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Dr. Drew Weissman explains why mRNA vaccines can adapt to variants and why we need to get vaccinated

By Binayak Dasgupta, Hindustan Times


The earliest couple of coronavirus vaccines the world had access to were by Pfizer-BioNTech and Moderna. They have high efficacy rates, and produce some of the strongest immune responses among all Covid-19 vaccines.


Common among the two is also their platform – modified mRNA coated in a lipid nano-particle. This technology is the result of research by two scientists, Drew Weissman and Katalin Kariko.


In a video interview with Hindustan Times, Drew Weissman, professor at Perelman School of Medicine at the University of Pennsylvania, spoke about the platform’s development and future possibilities in finding new cures, while urging the world to focus on vaccinating the global population quickly.


Edited Excerpts:


Tell us a little about your journey in developing the platform. The first time RNA was used as a therapeutic was in 1990. I moved to Penn in 1997 and that’s when I met Kati Kariko. My interest at the time was in a subset of immune cells involved in vaccines. Part of the study was in developing new kinds of vaccines. Kati was working on mRNA. We met, we started talking, and started working on mRNA vaccines. What I noticed early on was RNA was highly inflammatory, and that’s bad when you are trying to make a drug, vaccine, or a therapeutic. So we spent a bunch of years studying that inflammatory activity, and finally figured out how to get rid of it, and that was by modifying one of the RNA code. We published that (paper reporting the success) in 2005, and that’s the technology that Moderna and Pfizer-BioNTech use in their vaccines. Kati moved to BioNTech, where she developed the LNP technology (liquid nano particles – the way mRNA is delivered), which is also a crucial part of the Pfizer and Moderna vaccines.


So essentially, the 2005 finding was a turning point for the potential of mRNA vaccines?Definitely. Some people have continued to study unmodified RNA.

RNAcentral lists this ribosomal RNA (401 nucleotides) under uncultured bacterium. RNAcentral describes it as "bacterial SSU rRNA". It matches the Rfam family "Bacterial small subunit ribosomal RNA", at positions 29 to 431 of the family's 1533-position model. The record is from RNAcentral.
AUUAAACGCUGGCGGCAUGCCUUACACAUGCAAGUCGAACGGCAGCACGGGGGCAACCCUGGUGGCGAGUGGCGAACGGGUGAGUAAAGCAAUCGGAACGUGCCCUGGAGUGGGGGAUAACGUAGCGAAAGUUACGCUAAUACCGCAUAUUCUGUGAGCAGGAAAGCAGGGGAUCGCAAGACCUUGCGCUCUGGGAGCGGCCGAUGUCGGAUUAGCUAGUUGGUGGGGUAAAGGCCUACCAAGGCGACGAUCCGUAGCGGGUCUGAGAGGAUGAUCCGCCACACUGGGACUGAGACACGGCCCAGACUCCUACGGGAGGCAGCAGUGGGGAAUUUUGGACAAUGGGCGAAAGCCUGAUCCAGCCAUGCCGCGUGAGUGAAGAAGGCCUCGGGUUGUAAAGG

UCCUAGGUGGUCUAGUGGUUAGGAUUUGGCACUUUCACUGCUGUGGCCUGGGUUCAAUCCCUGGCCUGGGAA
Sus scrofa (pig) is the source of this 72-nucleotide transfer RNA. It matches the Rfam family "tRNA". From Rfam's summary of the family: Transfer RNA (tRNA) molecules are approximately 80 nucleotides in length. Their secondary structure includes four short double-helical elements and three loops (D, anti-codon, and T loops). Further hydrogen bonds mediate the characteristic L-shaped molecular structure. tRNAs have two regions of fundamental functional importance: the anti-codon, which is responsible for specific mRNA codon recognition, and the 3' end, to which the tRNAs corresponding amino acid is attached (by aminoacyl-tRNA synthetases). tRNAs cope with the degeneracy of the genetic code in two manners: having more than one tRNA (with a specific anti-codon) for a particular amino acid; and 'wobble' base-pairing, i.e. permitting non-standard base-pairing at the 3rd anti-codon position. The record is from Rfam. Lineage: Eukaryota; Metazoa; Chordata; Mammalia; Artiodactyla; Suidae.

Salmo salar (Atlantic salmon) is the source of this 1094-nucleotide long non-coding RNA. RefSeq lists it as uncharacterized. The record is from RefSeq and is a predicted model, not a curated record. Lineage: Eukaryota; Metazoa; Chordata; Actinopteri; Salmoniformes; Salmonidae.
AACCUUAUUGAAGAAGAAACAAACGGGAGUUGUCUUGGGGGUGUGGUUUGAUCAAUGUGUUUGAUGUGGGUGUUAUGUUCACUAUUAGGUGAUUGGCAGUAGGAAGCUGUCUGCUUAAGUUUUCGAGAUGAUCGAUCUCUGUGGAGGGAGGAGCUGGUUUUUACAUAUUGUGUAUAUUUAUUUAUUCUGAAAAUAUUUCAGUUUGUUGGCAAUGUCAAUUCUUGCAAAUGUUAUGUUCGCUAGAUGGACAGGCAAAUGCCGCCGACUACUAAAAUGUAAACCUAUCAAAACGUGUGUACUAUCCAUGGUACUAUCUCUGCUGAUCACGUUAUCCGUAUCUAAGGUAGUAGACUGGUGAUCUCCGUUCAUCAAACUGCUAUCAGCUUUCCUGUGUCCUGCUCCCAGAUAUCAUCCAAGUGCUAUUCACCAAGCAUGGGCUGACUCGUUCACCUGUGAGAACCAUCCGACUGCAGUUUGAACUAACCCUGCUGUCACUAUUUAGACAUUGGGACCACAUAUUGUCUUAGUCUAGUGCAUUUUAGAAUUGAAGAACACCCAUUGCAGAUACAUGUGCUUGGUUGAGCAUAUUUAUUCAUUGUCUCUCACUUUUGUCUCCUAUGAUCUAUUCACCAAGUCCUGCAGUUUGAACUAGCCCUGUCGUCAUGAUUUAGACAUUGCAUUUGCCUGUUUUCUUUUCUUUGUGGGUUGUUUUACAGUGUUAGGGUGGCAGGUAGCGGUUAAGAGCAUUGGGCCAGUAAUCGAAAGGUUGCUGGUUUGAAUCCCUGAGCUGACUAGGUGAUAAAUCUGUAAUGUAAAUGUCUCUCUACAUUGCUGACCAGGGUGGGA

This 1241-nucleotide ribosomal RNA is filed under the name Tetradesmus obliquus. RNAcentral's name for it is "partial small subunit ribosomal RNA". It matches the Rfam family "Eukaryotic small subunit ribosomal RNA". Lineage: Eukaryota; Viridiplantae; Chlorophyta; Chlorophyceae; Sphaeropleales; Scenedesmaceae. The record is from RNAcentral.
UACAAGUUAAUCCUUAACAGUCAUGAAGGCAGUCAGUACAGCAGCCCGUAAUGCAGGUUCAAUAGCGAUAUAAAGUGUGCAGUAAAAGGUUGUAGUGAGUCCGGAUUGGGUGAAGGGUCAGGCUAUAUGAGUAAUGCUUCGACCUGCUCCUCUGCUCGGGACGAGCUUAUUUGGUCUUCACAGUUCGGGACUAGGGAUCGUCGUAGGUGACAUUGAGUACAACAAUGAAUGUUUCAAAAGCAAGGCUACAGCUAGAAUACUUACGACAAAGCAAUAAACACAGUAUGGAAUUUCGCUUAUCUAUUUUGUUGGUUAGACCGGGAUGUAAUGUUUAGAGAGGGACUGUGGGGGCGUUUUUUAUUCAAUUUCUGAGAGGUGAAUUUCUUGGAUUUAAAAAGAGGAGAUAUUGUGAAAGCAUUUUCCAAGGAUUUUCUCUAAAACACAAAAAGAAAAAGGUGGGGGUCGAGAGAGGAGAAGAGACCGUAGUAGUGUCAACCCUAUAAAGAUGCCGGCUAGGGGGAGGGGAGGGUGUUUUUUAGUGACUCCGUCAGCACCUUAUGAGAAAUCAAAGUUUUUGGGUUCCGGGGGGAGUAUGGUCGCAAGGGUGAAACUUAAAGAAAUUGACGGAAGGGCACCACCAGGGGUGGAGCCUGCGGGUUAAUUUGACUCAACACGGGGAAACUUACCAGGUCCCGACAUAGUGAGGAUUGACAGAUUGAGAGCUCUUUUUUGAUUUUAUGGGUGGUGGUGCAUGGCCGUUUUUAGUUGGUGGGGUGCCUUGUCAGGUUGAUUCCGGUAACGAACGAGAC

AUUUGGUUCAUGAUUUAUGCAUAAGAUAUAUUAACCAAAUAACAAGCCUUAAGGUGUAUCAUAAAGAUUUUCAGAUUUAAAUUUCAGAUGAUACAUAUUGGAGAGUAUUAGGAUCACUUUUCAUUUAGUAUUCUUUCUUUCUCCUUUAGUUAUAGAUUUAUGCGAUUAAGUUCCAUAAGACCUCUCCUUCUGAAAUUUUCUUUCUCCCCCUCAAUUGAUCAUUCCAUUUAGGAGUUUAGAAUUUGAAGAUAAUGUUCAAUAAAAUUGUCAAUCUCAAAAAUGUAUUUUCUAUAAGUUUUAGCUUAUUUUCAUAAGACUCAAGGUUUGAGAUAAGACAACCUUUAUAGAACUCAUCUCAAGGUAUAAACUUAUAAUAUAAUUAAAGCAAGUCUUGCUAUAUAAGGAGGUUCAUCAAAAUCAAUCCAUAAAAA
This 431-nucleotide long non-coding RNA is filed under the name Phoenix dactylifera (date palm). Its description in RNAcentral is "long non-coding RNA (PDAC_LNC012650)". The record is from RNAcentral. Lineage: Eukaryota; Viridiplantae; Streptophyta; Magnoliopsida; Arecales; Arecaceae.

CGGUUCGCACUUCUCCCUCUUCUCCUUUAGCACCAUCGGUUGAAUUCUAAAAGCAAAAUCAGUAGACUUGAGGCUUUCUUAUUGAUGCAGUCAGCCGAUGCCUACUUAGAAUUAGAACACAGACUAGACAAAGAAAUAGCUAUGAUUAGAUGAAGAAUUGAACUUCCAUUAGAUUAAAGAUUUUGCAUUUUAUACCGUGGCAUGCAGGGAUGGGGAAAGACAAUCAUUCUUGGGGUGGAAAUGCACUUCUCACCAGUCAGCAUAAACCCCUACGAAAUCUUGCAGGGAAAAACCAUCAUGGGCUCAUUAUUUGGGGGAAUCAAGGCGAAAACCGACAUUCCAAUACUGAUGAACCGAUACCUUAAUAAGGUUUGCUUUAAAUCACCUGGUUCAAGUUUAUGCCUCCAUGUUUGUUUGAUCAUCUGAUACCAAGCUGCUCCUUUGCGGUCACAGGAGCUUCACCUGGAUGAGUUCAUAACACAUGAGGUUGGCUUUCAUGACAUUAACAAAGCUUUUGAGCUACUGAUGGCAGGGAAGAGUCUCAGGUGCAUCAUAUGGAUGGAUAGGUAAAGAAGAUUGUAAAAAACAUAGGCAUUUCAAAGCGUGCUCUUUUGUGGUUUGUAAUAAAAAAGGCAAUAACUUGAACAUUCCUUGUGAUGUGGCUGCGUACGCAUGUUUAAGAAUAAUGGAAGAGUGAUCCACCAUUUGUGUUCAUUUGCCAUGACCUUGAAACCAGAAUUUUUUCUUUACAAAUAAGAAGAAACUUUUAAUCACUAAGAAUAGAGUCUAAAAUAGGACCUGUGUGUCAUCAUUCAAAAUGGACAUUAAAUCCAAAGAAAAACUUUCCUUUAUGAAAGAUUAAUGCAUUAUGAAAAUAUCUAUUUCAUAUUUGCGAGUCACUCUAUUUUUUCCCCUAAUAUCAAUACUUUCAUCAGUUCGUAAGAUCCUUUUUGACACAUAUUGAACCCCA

They are using the same LNP (delivery mechanism) that Pfizer is using, but if you compare their results to Pfizer’s, Pfizer makes antibodies about five times higher than people recovering from Covid. Curevac, which uses the same immunogen (mRNA wrapped in LNP) but with unmodified RNA, makes antibodies in the lower quartile -- much less than the Pfizer vaccine. The comparison tells you the importance of modified RNA.


How did mRNA platforms role come into play with Covid-19?

Initially, what happened is companies used the tech they knew best. A big problem with science is that when a company develops a vaccine, they don’t compare it with what others do because they do not want to know how much better or worse their product is.


What BioNTech did was a four-arm Phase 1 study and compared different RNA platforms - they looked at unmodified RNA, nucleoside-modified RNA (the method Weissman and Kariko pioneered) and self-replicating RNA. And they found nucleoside-modified worked best for Covid.


The mRNA vaccines are expensive as far as LMIC nations are concerned. How do we look at making it more accessible?

It is expensive because it’s brand new. The companies have just figured out how to make 100 million doses a month. Over time, I believe it is going to get less and less expensive. The other big difficulty is the freezing that it requires. We and other companies are working on how to make it stable in our refrigerators, how to freeze-dry it so that it can be stored at room temperature. All of those advances are going to come over the next few months. Many of those are issues we can address.